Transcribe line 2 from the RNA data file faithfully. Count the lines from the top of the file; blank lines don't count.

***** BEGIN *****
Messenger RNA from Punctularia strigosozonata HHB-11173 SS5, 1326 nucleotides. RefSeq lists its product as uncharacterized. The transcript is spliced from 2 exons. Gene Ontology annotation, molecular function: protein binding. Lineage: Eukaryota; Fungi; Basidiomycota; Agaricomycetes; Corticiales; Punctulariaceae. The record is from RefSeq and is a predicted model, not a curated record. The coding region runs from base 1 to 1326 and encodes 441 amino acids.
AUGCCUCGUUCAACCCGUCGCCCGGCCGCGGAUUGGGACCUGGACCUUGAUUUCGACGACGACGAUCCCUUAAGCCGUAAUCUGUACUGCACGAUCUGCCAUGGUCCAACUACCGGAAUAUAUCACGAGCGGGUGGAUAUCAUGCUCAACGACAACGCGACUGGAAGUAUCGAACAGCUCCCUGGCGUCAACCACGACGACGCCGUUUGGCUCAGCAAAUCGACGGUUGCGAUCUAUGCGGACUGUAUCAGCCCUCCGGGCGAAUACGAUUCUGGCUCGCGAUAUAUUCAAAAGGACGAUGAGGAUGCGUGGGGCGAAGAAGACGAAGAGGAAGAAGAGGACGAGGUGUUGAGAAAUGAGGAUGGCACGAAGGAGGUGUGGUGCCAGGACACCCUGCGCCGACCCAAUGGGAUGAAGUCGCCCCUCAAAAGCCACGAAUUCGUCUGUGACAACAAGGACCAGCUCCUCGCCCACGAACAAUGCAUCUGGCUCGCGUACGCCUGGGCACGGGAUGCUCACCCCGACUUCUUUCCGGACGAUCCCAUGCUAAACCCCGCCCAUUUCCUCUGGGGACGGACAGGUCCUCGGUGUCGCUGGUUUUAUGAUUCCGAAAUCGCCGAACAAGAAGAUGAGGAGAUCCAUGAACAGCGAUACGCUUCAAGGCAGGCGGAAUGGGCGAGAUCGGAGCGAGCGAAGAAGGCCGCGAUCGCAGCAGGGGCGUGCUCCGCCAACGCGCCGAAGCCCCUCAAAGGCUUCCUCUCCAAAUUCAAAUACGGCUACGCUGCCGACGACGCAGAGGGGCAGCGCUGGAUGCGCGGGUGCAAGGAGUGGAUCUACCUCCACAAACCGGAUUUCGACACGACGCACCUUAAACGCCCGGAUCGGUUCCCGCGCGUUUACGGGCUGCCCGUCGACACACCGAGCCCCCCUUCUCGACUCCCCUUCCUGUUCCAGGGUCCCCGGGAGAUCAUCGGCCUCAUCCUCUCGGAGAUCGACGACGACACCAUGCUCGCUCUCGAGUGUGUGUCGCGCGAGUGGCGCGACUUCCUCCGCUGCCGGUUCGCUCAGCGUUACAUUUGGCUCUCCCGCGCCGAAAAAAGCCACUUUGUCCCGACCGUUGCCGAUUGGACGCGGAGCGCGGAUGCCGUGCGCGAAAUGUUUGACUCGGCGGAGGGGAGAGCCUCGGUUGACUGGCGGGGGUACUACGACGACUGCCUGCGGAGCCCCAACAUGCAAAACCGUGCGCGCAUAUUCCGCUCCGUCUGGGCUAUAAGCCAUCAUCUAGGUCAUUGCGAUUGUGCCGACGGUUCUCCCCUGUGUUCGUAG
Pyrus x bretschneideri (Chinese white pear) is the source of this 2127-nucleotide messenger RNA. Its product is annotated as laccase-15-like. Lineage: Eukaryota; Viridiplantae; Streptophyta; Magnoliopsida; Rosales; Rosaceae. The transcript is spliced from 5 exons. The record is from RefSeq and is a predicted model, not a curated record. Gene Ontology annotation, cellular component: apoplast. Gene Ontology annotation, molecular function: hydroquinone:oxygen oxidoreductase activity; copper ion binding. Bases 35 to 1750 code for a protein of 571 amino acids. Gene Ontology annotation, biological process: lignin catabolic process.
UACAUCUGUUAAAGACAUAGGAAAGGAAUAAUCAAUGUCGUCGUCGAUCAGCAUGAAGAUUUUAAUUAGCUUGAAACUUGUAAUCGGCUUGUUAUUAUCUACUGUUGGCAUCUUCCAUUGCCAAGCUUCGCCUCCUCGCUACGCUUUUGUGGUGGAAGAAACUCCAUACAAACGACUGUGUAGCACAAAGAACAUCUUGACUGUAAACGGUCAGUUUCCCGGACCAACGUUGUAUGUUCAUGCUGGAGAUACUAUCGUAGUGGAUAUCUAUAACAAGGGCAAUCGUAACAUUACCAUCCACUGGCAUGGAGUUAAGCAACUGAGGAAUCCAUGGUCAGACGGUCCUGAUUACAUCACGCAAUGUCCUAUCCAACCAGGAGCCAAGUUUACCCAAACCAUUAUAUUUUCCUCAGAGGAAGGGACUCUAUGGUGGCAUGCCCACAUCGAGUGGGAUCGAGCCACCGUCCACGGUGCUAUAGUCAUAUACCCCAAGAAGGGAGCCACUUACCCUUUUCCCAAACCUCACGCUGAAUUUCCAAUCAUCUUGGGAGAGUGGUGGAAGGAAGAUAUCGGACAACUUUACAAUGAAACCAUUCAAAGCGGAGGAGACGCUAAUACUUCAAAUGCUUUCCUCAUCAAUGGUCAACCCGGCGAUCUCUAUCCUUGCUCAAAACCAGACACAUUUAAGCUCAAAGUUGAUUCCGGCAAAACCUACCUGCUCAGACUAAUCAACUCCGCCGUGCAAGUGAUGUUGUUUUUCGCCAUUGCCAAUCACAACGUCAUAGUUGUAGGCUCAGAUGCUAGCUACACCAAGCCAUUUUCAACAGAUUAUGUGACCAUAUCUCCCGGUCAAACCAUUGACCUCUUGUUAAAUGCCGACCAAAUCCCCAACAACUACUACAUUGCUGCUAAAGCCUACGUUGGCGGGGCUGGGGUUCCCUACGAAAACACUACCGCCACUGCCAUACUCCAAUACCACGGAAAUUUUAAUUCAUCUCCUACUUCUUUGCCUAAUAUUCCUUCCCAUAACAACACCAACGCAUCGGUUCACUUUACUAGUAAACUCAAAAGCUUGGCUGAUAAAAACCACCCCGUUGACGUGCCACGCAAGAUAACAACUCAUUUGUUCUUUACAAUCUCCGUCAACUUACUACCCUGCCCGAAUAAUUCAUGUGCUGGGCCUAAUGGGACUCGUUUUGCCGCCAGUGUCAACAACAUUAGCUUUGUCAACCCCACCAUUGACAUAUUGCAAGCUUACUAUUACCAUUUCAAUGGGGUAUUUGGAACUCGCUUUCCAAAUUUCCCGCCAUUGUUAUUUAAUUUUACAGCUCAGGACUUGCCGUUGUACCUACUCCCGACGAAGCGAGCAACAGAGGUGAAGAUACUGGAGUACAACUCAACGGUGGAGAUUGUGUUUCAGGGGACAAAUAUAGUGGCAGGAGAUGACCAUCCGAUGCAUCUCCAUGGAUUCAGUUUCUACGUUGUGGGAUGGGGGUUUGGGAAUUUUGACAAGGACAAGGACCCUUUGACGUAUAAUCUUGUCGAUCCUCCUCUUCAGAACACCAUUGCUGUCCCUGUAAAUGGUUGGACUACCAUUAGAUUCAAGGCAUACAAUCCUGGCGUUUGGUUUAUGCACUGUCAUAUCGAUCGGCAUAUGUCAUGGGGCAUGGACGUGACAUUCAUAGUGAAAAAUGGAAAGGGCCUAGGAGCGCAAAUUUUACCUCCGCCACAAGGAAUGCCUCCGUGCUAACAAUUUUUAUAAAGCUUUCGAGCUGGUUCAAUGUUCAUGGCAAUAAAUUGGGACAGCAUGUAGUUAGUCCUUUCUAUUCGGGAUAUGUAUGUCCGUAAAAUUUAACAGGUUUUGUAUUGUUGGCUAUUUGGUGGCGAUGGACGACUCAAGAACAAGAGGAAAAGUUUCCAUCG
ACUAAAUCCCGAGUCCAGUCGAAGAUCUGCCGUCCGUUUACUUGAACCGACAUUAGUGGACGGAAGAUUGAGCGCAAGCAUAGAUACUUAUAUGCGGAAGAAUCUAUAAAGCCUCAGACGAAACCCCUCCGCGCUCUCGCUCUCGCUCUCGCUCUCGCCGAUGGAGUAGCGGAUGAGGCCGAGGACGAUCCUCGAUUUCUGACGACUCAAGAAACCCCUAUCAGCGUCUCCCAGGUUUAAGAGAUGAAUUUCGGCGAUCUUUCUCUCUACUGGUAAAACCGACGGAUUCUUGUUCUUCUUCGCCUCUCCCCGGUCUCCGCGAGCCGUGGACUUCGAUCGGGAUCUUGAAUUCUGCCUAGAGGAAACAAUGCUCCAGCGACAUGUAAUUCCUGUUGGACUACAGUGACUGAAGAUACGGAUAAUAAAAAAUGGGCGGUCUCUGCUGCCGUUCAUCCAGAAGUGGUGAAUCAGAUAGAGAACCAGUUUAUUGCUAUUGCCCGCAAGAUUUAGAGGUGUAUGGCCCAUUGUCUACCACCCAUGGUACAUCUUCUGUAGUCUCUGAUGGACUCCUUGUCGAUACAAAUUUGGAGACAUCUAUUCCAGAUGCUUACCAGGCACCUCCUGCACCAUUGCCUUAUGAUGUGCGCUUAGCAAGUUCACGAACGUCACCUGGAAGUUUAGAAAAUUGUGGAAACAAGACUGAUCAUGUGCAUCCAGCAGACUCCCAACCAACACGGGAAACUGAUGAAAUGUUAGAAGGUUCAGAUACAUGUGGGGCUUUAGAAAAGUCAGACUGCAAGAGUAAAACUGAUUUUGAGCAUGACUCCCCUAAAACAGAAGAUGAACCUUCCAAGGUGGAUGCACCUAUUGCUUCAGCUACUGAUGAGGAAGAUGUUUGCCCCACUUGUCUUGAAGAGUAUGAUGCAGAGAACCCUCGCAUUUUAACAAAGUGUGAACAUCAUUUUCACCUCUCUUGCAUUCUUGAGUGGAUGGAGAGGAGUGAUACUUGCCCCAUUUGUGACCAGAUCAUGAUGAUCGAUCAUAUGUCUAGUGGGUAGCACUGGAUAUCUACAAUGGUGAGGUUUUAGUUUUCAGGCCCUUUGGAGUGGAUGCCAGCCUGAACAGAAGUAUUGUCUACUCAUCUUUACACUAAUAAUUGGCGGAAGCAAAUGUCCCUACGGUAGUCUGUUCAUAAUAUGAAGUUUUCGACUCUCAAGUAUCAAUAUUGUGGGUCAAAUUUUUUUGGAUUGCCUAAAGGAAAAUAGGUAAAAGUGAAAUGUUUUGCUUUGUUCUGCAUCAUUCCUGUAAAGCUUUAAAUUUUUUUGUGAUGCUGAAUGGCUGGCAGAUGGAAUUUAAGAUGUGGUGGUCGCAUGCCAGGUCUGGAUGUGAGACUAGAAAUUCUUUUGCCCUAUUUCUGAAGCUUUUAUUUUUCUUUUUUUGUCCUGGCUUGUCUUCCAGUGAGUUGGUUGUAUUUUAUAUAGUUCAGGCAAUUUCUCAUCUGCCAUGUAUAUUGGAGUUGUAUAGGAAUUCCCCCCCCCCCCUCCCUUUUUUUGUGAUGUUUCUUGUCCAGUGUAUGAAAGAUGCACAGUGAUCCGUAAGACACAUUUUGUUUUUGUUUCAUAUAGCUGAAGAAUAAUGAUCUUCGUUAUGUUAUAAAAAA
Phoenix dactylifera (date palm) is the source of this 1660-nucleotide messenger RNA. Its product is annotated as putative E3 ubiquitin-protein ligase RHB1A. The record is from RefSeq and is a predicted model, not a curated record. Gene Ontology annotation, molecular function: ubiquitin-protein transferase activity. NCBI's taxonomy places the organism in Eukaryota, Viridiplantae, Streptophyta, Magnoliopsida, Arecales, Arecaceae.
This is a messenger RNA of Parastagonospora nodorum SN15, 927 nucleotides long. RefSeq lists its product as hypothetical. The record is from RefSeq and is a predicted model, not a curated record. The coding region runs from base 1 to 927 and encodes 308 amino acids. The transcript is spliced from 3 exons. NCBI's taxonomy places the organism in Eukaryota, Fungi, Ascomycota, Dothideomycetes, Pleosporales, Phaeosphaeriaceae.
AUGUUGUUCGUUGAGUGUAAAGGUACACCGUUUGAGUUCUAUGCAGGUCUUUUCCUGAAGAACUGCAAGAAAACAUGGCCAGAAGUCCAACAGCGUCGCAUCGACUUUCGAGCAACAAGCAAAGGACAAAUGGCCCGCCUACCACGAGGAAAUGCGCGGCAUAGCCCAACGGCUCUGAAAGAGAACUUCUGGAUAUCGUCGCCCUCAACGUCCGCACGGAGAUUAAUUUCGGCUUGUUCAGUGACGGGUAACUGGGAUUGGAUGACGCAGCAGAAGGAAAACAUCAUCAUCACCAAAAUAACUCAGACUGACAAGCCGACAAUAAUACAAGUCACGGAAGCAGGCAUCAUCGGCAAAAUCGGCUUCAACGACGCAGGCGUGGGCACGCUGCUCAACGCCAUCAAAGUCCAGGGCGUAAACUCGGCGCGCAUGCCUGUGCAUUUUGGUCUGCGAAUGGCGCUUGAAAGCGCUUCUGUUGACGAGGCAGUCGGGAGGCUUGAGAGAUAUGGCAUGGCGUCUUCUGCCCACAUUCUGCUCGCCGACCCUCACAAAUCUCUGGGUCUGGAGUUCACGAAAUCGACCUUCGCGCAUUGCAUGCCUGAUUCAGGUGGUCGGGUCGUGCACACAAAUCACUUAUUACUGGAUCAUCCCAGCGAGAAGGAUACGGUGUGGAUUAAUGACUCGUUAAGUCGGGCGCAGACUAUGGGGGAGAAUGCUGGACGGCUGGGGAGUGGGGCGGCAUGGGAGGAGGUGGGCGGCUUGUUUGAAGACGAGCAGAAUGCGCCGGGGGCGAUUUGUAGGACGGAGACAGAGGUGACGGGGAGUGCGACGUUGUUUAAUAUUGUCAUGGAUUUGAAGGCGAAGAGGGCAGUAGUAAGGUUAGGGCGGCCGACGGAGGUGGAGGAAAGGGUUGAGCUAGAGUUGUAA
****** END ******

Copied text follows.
AUGCCUCGUUCAACCCGUCGCCCGGCCGCGGAUUGGGACCUGGACCUUGAUUUCGACGACGACGAUCCCUUAAGCCGUAAUCUGUACUGCACGAUCUGCCAUGGUCCAACUACCGGAAUAUAUCACGAGCGGGUGGAUAUCAUGCUCAACGACAACGCGACUGGAAGUAUCGAACAGCUCCCUGGCGUCAACCACGACGACGCCGUUUGGCUCAGCAAAUCGACGGUUGCGAUCUAUGCGGACUGUAUCAGCCCUCCGGGCGAAUACGAUUCUGGCUCGCGAUAUAUUCAAAAGGACGAUGAGGAUGCGUGGGGCGAAGAAGACGAAGAGGAAGAAGAGGACGAGGUGUUGAGAAAUGAGGAUGGCACGAAGGAGGUGUGGUGCCAGGACACCCUGCGCCGACCCAAUGGGAUGAAGUCGCCCCUCAAAAGCCACGAAUUCGUCUGUGACAACAAGGACCAGCUCCUCGCCCACGAACAAUGCAUCUGGCUCGCGUACGCCUGGGCACGGGAUGCUCACCCCGACUUCUUUCCGGACGAUCCCAUGCUAAACCCCGCCCAUUUCCUCUGGGGACGGACAGGUCCUCGGUGUCGCUGGUUUUAUGAUUCCGAAAUCGCCGAACAAGAAGAUGAGGAGAUCCAUGAACAGCGAUACGCUUCAAGGCAGGCGGAAUGGGCGAGAUCGGAGCGAGCGAAGAAGGCCGCGAUCGCAGCAGGGGCGUGCUCCGCCAACGCGCCGAAGCCCCUCAAAGGCUUCCUCUCCAAAUUCAAAUACGGCUACGCUGCCGACGACGCAGAGGGGCAGCGCUGGAUGCGCGGGUGCAAGGAGUGGAUCUACCUCCACAAACCGGAUUUCGACACGACGCACCUUAAACGCCCGGAUCGGUUCCCGCGCGUUUACGGGCUGCCCGUCGACACACCGAGCCCCCCUUCUCGACUCCCCUUCCUGUUCCAGGGUCCCCGGGAGAUCAUCGGCCUCAUCCUCUCGGAGAUCGACGACGACACCAUGCUCGCUCUCGAGUGUGUGUCGCGCGAGUGGCGCGACUUCCUCCGCUGCCGGUUCGCUCAGCGUUACAUUUGGCUCUCCCGCGCCGAAAAAAGCCACUUUGUCCCGACCGUUGCCGAUUGGACGCGGAGCGCGGAUGCCGUGCGCGAAAUGUUUGACUCGGCGGAGGGGAGAGCCUCGGUUGACUGGCGGGGGUACUACGACGACUGCCUGCGGAGCCCCAACAUGCAAAACCGUGCGCGCAUAUUCCGCUCCGUCUGGGCUAUAAGCCAUCAUCUAGGUCAUUGCGAUUGUGCCGACGGUUCUCCCCUGUGUUCGUAG